I too wrote database backends in VB6 around that timeframe (late 1990's) and am still maintaining them. My latest "re-install" of VB6 was Win7 Pro, the previous one was several years ago also on Win7. My biggest issue with this last Win7 install was that it was x64, and some of the VB6 (and windows) TLB's did not register properly. A couple of special tools I was using I had to "manually" install module by module. But VB6-32 as a development tool is still alive and kicking on Win7, and I suspect also when I finally migrate to Win10.
The sad part is that as others have said the "new" technologies don't tend to stick around like the older ones did, and Microsoft is one of the major offenders in this arena, although Google is becoming a close second.
I suspect .NET will be around for a few years more, just like so many previous Microsoft technologies, but only until their next greatest-ever invention.
So in relation to the original topic, there is good reason for older technologies to survive, they were the best available at their time, and in many cases they provide (almost) mission-critical applications that are serving their original design purpose, and the cost of re-working them into a new environment just for the sake of having them in that new environment in many cases is just not justifiable, the risk to the organization is significantly bigger that the benefit to be gained.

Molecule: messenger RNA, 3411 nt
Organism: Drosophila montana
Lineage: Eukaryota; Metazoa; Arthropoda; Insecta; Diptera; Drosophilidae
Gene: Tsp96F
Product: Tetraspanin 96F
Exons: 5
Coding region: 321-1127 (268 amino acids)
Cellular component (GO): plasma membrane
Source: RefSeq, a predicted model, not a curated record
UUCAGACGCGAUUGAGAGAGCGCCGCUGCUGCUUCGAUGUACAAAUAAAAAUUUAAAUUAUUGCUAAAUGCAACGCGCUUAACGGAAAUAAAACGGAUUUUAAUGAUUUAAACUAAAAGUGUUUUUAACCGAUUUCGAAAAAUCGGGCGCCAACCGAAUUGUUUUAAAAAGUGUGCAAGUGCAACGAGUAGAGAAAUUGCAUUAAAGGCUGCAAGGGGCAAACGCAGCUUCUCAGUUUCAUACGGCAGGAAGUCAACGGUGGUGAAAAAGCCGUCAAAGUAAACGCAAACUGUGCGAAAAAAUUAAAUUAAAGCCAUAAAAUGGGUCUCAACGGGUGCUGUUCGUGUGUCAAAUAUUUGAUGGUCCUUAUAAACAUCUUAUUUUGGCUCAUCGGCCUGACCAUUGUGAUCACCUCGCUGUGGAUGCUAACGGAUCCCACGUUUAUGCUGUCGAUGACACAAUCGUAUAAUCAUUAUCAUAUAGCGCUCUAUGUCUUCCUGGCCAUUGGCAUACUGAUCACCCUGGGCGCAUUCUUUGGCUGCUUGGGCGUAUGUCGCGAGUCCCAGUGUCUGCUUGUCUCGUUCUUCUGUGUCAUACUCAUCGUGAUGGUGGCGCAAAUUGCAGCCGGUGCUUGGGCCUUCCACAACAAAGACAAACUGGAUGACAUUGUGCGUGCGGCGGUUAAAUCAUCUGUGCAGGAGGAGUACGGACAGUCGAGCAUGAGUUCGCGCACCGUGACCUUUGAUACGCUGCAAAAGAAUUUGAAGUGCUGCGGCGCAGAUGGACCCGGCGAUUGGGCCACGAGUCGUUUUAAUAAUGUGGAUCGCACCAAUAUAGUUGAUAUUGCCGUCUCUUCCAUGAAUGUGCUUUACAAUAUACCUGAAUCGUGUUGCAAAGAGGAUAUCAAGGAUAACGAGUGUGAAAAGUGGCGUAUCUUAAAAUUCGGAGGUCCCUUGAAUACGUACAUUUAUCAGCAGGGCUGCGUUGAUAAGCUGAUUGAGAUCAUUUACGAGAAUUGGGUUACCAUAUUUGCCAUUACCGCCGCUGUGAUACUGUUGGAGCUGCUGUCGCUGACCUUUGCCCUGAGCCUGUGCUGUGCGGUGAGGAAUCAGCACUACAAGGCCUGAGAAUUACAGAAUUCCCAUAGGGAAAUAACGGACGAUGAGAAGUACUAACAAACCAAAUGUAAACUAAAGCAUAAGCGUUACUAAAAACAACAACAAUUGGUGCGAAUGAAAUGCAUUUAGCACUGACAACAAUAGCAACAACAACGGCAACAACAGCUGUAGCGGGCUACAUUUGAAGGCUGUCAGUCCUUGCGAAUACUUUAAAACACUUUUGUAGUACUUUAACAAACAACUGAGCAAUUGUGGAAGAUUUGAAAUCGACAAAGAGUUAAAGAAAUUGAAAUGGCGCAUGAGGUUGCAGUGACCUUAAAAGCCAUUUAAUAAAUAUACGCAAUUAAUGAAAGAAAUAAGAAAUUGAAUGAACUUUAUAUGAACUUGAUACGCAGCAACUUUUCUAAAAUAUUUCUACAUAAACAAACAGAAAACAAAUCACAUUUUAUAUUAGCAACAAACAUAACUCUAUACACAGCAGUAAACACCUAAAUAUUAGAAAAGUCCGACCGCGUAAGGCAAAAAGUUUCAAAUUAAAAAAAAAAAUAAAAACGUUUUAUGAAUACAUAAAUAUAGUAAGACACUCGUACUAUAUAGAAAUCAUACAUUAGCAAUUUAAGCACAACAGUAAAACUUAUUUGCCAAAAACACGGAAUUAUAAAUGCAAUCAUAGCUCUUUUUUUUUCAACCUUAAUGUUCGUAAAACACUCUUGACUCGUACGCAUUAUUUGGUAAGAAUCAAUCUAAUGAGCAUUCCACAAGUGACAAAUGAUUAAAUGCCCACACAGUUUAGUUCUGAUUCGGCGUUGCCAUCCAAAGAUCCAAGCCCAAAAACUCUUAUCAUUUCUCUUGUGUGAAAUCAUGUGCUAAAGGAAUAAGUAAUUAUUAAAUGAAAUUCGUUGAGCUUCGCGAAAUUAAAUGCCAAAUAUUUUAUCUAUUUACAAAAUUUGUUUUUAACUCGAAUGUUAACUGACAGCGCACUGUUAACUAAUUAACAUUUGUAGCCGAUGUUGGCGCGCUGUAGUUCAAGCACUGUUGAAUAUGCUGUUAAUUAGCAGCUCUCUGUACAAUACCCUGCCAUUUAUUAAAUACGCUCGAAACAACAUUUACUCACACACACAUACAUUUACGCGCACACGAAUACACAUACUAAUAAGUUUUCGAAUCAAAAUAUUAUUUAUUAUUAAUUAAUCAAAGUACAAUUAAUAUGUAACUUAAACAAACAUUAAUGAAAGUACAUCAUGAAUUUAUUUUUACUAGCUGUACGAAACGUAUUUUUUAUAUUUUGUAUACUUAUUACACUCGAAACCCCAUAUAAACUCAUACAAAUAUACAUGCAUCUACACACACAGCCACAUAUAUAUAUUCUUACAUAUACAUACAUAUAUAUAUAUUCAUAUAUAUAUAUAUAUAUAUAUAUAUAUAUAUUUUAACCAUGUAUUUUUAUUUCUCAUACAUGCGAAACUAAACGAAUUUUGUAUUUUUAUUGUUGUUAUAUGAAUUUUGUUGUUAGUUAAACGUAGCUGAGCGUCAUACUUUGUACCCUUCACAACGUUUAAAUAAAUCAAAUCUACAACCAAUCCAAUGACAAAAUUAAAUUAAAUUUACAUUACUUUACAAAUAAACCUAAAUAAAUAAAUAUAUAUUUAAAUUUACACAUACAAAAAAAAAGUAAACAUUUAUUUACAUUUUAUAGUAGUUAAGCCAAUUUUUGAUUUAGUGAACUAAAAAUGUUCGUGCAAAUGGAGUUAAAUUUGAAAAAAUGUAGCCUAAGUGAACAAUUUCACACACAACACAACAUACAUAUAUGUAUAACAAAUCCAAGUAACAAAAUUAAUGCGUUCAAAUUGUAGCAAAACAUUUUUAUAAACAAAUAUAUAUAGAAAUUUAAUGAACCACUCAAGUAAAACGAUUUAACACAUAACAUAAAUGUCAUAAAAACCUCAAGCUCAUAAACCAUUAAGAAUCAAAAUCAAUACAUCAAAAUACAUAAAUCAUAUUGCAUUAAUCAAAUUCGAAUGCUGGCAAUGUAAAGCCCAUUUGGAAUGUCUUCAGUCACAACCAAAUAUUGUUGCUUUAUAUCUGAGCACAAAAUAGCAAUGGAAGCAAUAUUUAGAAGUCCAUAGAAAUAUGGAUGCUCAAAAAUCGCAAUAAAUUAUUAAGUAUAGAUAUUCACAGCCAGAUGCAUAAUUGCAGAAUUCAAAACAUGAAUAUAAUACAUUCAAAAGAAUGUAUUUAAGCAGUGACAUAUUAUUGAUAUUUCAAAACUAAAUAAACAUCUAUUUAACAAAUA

I recall many years back (during the cobol eras) when I was maintaining and extending applications in IBM assembler, for exactly the same reasons, an example being a very large mission-critical application for a cable billing system.
So these systems will always be around and we who are able to maintain them are getting fewer and fewer. Educational institutions don't teach these, heck even the SQL some places are teaching is crap when you get into the real world. More than once over the last few years I have asked a newbie why he did something that way, the answer has always been "that's the way they taught me" 🙁